Cast Nets

History of Cast Nets

Although the cast net does not go back in history as far as the seine, the cast net has been around for thousands of years. Complete cast nets have been found in Egyptian tombs dating to before 1,000 B.C. Until about the second century A.D. cast nets were made of linen. Linen was then replaced by cotton which was used until about 1950 when it was replaced by synthetic fibers (mainly nylon netting and nylon or polyolefin ropes). Cast nets are now made using either monofilament netting or multifilament netting. Lead weights have continued to be used on cast nets until this day.

Apparently, two types of cast nets were used in Biblical times in the Sea of Galilee. What we now call "English" style nets with small mesh netting and brail lines were thrown from boats to catch sardines. Larger cast nets without brail lines were used for bigger fish. These nets were approximately 20 to 25 feet in diameter, had larger mesh, were heavily leaded and were used in shallow water. Usually fishermen would dive down to the net and take out fish one-by-one or gather the leadline to make a pouch before lifting it back to the surface to extract the fish. Often the nets were dragged to shore before the fish were taken out.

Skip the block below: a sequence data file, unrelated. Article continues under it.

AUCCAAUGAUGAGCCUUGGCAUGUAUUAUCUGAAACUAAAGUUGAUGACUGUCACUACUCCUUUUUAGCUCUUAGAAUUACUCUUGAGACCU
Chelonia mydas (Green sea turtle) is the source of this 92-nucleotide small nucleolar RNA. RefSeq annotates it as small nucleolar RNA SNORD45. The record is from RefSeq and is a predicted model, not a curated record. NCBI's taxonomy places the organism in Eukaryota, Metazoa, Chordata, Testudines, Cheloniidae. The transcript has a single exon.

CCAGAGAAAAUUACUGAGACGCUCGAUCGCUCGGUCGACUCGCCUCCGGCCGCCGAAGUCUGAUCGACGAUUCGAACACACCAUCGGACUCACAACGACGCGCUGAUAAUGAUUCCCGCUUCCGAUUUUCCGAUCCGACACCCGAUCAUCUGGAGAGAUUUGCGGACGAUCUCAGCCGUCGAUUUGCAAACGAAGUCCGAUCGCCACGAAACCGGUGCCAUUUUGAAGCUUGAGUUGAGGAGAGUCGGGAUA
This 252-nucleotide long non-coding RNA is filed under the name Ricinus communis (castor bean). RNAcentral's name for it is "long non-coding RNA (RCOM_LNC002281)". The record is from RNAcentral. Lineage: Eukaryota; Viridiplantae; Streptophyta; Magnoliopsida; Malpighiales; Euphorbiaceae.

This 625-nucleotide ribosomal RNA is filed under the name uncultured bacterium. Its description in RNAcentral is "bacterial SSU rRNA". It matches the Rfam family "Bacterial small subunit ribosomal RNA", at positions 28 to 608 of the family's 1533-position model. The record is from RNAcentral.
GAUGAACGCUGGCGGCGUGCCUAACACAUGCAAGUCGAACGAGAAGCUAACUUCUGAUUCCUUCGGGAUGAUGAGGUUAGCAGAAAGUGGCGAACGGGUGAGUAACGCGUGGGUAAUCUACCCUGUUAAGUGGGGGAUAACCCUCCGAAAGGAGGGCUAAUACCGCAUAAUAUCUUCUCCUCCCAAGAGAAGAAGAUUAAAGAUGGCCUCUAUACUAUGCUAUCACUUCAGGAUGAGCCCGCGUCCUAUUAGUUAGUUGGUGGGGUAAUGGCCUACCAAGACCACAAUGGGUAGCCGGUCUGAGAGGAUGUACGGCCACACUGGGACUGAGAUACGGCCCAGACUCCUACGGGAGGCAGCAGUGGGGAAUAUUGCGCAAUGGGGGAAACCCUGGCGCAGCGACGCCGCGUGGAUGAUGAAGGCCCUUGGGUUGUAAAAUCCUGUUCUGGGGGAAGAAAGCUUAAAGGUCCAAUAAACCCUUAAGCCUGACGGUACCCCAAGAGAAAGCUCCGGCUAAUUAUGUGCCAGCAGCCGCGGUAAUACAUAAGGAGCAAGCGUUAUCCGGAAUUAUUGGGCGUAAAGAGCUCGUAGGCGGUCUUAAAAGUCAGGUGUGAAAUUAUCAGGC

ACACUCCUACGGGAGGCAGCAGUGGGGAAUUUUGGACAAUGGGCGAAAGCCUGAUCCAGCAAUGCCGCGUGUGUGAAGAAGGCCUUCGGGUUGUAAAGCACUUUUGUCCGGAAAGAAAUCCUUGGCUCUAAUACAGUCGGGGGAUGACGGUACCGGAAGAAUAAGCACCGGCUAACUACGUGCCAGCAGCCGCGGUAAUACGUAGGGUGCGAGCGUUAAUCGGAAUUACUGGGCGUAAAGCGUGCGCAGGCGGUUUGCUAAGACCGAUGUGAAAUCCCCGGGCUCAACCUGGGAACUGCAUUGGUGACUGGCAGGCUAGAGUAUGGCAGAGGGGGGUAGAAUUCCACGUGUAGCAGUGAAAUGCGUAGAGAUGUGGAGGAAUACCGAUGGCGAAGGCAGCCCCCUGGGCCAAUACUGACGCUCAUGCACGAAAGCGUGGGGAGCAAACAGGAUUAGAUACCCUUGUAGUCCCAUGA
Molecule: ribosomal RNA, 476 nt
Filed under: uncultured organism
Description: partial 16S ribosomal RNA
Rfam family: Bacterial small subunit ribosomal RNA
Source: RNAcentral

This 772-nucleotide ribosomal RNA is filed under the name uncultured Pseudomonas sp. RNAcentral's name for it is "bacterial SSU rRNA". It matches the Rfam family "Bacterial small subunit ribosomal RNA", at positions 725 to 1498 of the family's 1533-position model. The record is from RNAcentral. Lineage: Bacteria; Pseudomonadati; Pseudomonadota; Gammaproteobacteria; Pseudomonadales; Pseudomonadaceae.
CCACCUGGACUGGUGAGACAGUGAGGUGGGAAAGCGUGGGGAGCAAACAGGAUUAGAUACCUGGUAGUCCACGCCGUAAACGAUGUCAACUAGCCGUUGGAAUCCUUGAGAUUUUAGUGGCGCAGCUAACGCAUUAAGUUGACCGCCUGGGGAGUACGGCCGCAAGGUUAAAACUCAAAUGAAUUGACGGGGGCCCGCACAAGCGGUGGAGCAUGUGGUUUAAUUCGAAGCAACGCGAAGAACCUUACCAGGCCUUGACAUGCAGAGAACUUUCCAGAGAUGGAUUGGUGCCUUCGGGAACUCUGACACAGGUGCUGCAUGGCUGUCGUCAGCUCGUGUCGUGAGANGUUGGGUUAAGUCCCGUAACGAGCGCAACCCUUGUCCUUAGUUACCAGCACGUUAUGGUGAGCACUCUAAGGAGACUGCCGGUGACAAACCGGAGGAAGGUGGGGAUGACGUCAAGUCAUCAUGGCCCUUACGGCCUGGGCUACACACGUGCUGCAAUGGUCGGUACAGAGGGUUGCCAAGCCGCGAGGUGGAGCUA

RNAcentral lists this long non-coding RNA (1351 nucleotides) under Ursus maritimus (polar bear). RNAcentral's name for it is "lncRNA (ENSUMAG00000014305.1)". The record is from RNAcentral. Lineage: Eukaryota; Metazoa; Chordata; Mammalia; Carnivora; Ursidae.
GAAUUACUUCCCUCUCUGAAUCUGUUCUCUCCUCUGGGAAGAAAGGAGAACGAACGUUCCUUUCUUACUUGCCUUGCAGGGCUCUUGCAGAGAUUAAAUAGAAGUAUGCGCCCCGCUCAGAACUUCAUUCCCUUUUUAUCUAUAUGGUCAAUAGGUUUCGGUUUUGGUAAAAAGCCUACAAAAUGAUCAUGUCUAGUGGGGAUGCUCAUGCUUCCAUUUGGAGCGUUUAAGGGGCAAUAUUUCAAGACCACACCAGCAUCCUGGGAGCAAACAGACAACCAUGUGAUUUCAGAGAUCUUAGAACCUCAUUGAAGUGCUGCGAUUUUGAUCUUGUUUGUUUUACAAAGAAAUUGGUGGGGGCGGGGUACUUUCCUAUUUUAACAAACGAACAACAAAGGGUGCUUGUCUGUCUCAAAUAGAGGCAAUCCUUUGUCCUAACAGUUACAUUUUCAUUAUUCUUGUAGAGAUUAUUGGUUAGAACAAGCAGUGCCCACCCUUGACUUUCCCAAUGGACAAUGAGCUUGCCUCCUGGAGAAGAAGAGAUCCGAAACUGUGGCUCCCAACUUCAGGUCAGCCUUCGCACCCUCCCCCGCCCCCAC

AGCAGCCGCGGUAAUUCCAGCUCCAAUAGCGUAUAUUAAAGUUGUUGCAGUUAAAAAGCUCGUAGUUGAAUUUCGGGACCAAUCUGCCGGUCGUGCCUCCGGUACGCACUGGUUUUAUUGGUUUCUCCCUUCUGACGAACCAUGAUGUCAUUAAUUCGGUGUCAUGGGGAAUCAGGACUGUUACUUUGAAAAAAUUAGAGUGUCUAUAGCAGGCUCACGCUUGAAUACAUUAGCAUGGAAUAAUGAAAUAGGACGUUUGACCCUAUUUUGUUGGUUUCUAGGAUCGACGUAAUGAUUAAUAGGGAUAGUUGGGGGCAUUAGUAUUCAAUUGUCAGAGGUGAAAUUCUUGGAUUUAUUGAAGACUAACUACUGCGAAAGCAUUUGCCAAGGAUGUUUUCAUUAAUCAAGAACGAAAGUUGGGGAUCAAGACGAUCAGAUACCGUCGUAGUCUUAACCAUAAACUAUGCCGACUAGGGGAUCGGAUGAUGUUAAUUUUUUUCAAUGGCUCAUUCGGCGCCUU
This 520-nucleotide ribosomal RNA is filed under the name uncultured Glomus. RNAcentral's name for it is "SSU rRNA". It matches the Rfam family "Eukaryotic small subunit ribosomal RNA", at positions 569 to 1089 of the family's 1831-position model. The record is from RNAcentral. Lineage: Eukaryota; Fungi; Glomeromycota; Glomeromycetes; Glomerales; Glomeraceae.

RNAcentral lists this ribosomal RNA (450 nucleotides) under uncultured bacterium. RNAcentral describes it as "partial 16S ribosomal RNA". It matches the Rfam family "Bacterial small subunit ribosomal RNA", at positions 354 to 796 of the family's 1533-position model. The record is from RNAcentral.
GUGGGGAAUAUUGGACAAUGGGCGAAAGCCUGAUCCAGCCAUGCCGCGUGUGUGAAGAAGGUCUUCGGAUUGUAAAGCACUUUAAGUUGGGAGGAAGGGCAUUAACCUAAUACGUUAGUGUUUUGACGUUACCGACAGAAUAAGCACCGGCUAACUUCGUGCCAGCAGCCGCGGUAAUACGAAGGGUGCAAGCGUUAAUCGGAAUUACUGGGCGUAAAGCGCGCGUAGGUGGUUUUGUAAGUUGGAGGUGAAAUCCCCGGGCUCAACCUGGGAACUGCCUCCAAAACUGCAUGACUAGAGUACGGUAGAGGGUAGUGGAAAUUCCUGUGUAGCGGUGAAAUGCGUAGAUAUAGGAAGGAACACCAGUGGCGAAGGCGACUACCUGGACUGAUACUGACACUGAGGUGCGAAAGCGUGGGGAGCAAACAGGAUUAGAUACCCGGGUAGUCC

In the Revised Standard Bible, Ezekiel 32:3 reads "thus saith the Lord God: I will therefore spread out my net over thee with a company of many people and they shall bring thee up in my seine". In the original wording of this verse the Hebrew word for cast net was used, not the Hebrew word for seine. In the King James edition, the word "net" was used instead of "seine". The phrase "spread out my net over thee" seems more descriptive of a cast net.

The cast net is also mentioned in the New Testament which was originally written in Greek. The Greek word for cast net as used in Matthew and Mark when the recruitment of Simon and Andrew by the Sea of Galilee by Jesus was described. Matthew 4:18-20 reads "As [Jesus] walked by the Sea of Galilee, he saw two brothers, Simon who is called Peter and Andrew his brother, casting a net into the sea; for they were fishermen. And he said to them, "Follow me and I will make you fishers of men." Immediately they left their nets and followed him.